DETROIT - General Motors on Wednesday stepped up efforts to cut costs in response to tariff and market pressures, even as it reported third-quarter profit that blew past Wall Street expectations.
The No.1 US automaker said on Wednesday it is offering buyouts to salaried employees with 12 or more years of service, as Chief Executive Mary Barra told them in an email: “Our structural costs are not aligned with the market realities.”
GM shares jumped more than 8 percent to $36.34, their highest in almost six weeks.
The Detroit automaker had previously promised investors it would cut $6.5 billion (R87.9bn) in costs this year, and the buyouts would add to that total, a company spokesman said on Wednesday.
The company said in a separate statement that it would consider layoffs after it sees the impact of the buyouts and other cost-cutting efforts.
About 18 000 of the company’s 50 000 salaried employees in North America are eligible for the buyouts, the company spokesman said. They do not affect the hourly workers on GM’s production lines.
GM’s move to cut staff stood in contrast to an upbeat profit outlook and its recent success in raising prices, which boosted profit before tax by $1 billion overall in the quarter, mostly in North America.
In her email to employees, Barra focused on the fact that GM has burned through $300 million in cash in its automotive operations during the first nine months of 2018. She also noted that the company’s stock price is still stuck near the $33 a share price at which it debuted in 2010 after a bankruptcy restructuring.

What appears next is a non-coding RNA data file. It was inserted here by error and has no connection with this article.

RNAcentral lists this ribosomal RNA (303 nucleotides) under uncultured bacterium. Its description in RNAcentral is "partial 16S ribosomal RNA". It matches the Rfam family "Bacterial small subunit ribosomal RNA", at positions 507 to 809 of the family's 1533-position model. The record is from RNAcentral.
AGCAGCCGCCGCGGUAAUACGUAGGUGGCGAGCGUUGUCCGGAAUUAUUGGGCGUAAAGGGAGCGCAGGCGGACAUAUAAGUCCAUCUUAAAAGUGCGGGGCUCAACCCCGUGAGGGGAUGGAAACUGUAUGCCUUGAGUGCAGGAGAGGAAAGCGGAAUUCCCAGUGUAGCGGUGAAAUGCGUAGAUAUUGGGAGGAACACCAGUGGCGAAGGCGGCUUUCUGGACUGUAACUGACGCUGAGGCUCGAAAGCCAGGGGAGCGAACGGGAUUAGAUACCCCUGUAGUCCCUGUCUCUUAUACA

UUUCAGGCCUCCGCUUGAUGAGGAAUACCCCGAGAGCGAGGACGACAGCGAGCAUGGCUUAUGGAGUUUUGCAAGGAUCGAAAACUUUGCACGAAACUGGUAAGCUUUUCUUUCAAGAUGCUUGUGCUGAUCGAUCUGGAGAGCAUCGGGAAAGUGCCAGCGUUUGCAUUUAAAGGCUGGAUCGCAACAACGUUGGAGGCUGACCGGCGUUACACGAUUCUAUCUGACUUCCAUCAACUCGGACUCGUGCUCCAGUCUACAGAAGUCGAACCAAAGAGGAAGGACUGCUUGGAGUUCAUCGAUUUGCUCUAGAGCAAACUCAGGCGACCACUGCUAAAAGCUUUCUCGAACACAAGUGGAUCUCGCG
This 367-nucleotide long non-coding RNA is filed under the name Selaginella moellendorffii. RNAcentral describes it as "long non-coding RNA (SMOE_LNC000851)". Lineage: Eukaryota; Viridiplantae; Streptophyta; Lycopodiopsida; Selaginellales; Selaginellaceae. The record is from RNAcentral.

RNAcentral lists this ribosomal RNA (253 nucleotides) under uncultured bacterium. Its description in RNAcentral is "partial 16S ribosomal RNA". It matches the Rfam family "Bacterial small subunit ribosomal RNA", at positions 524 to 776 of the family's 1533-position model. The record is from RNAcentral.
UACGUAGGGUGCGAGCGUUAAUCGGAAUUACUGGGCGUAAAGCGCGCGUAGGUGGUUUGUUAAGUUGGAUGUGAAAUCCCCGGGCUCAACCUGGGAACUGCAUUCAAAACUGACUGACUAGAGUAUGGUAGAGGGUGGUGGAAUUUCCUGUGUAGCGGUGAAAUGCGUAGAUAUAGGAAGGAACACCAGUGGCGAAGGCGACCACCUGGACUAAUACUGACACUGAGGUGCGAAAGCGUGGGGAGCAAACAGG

HIGHER MATERIALS COSTS
For Detroit’s automakers, rising materials costs caused by new tariffs on foreign metals imposed by the Trump administration are converging with a slowly deflating US market and a sharper falloff in China, the world’s largest auto market.
GM and rivals Ford Motor and Fiat Chrysler Automobiles NV have all in recent weeks forecast substantial hits from steel and aluminum costs driven by tariffs.
In the third quarter, GM said it was able to raise prices by $900 million in North America, in part because it is launching a new generation of its large pickup trucks, the Chevrolet Silverado and GMC Sierra. Ford, however, has an older product line, and said its net pricing in North America fell by $318 million in the third quarter.
The pricing gains are “absolutely sustainable,” GM Chief Financial Officer Dhivya Suryadevara said.